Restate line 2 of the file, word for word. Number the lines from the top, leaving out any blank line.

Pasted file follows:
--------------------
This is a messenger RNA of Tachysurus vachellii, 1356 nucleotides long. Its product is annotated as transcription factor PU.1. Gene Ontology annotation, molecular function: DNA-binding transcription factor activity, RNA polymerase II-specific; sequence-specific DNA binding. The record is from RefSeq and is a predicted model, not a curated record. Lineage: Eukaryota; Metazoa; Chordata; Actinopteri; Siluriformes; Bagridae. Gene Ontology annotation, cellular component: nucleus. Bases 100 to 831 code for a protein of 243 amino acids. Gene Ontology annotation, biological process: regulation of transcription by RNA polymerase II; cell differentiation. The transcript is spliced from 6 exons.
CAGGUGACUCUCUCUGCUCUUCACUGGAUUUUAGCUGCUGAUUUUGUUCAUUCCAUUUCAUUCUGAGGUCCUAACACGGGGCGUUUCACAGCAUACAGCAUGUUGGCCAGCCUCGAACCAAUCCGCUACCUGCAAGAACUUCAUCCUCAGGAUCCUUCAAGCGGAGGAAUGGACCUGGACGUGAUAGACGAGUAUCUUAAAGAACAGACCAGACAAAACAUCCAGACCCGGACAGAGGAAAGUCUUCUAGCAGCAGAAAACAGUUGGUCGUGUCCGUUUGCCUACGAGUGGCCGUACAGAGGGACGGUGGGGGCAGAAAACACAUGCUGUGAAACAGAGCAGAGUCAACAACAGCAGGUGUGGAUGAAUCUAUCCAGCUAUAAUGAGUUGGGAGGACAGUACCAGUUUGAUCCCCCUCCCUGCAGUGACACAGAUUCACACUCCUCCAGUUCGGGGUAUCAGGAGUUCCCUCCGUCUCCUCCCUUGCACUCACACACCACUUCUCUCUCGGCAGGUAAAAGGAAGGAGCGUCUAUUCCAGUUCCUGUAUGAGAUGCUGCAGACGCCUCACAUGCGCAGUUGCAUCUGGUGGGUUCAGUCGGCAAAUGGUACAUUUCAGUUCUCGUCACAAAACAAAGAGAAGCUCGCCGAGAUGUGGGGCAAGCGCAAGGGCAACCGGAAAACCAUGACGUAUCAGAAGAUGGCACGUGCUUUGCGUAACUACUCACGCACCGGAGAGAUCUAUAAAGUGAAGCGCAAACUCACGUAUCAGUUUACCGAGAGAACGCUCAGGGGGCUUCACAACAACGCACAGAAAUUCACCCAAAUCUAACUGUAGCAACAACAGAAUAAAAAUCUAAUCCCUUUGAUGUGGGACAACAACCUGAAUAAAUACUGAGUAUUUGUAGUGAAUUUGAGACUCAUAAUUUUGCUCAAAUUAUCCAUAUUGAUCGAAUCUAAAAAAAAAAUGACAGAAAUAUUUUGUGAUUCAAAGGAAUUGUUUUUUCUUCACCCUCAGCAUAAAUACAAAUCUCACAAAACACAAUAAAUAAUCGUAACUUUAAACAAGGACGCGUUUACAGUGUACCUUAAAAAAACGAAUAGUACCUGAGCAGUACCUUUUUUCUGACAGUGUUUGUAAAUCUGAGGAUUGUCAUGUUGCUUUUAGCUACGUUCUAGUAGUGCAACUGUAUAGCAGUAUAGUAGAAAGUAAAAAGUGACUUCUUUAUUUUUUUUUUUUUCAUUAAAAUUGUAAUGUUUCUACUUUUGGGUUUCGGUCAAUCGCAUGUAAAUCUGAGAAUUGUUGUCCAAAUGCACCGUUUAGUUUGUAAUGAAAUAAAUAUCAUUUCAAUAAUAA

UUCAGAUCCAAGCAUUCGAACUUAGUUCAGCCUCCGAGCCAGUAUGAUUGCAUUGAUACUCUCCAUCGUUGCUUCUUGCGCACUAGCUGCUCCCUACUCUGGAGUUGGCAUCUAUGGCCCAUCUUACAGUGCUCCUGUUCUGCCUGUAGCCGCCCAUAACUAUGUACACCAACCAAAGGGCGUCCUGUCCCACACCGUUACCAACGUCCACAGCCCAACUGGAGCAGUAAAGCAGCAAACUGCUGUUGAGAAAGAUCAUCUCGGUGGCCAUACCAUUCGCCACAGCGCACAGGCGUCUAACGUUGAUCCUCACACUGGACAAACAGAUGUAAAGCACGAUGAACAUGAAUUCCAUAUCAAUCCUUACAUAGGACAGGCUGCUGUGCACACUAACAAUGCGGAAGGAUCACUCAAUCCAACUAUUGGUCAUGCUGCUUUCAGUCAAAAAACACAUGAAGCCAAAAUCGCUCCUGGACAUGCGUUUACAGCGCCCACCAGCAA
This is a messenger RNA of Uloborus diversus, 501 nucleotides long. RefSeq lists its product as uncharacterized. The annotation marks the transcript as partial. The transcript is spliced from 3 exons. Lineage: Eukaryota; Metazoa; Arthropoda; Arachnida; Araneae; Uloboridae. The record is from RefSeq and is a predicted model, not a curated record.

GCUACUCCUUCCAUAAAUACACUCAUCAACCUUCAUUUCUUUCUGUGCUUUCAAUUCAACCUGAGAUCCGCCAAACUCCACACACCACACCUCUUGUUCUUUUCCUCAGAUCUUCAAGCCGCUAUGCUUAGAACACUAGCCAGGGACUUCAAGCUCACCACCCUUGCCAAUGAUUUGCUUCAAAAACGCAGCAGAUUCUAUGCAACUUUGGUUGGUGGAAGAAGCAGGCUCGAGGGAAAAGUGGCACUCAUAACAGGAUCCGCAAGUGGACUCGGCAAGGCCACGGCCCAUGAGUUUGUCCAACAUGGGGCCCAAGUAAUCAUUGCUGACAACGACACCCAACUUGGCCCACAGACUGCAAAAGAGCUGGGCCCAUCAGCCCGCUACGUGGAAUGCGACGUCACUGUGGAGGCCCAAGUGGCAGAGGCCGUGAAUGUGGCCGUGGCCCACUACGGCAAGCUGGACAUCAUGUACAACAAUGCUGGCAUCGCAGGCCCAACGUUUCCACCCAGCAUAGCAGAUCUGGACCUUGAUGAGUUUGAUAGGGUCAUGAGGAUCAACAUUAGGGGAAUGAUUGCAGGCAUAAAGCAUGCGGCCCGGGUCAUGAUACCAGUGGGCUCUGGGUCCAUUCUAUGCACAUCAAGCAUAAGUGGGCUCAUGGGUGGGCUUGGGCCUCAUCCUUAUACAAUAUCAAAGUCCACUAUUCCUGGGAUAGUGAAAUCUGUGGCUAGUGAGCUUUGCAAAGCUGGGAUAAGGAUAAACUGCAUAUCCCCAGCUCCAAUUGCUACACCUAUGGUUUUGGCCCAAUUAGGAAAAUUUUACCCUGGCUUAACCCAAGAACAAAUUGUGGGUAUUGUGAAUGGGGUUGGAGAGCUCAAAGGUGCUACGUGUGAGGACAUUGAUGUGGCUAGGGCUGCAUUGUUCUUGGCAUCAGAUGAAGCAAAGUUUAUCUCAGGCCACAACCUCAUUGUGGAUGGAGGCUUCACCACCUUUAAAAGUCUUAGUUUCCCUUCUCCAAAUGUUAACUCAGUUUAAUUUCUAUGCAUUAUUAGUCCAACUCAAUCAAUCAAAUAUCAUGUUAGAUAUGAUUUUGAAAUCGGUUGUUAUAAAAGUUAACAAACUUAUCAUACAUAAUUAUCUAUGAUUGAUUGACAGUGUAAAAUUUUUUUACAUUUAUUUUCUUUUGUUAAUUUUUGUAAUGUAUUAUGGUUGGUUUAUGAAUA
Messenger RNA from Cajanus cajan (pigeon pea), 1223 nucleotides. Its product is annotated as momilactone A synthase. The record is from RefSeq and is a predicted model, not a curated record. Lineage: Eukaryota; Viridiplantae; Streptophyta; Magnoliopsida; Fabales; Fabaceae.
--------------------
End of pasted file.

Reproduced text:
CAGGUGACUCUCUCUGCUCUUCACUGGAUUUUAGCUGCUGAUUUUGUUCAUUCCAUUUCAUUCUGAGGUCCUAACACGGGGCGUUUCACAGCAUACAGCAUGUUGGCCAGCCUCGAACCAAUCCGCUACCUGCAAGAACUUCAUCCUCAGGAUCCUUCAAGCGGAGGAAUGGACCUGGACGUGAUAGACGAGUAUCUUAAAGAACAGACCAGACAAAACAUCCAGACCCGGACAGAGGAAAGUCUUCUAGCAGCAGAAAACAGUUGGUCGUGUCCGUUUGCCUACGAGUGGCCGUACAGAGGGACGGUGGGGGCAGAAAACACAUGCUGUGAAACAGAGCAGAGUCAACAACAGCAGGUGUGGAUGAAUCUAUCCAGCUAUAAUGAGUUGGGAGGACAGUACCAGUUUGAUCCCCCUCCCUGCAGUGACACAGAUUCACACUCCUCCAGUUCGGGGUAUCAGGAGUUCCCUCCGUCUCCUCCCUUGCACUCACACACCACUUCUCUCUCGGCAGGUAAAAGGAAGGAGCGUCUAUUCCAGUUCCUGUAUGAGAUGCUGCAGACGCCUCACAUGCGCAGUUGCAUCUGGUGGGUUCAGUCGGCAAAUGGUACAUUUCAGUUCUCGUCACAAAACAAAGAGAAGCUCGCCGAGAUGUGGGGCAAGCGCAAGGGCAACCGGAAAACCAUGACGUAUCAGAAGAUGGCACGUGCUUUGCGUAACUACUCACGCACCGGAGAGAUCUAUAAAGUGAAGCGCAAACUCACGUAUCAGUUUACCGAGAGAACGCUCAGGGGGCUUCACAACAACGCACAGAAAUUCACCCAAAUCUAACUGUAGCAACAACAGAAUAAAAAUCUAAUCCCUUUGAUGUGGGACAACAACCUGAAUAAAUACUGAGUAUUUGUAGUGAAUUUGAGACUCAUAAUUUUGCUCAAAUUAUCCAUAUUGAUCGAAUCUAAAAAAAAAAUGACAGAAAUAUUUUGUGAUUCAAAGGAAUUGUUUUUUCUUCACCCUCAGCAUAAAUACAAAUCUCACAAAACACAAUAAAUAAUCGUAACUUUAAACAAGGACGCGUUUACAGUGUACCUUAAAAAAACGAAUAGUACCUGAGCAGUACCUUUUUUCUGACAGUGUUUGUAAAUCUGAGGAUUGUCAUGUUGCUUUUAGCUACGUUCUAGUAGUGCAACUGUAUAGCAGUAUAGUAGAAAGUAAAAAGUGACUUCUUUAUUUUUUUUUUUUUCAUUAAAAUUGUAAUGUUUCUACUUUUGGGUUUCGGUCAAUCGCAUGUAAAUCUGAGAAUUGUUGUCCAAAUGCACCGUUUAGUUUGUAAUGAAAUAAAUAUCAUUUCAAUAAUAA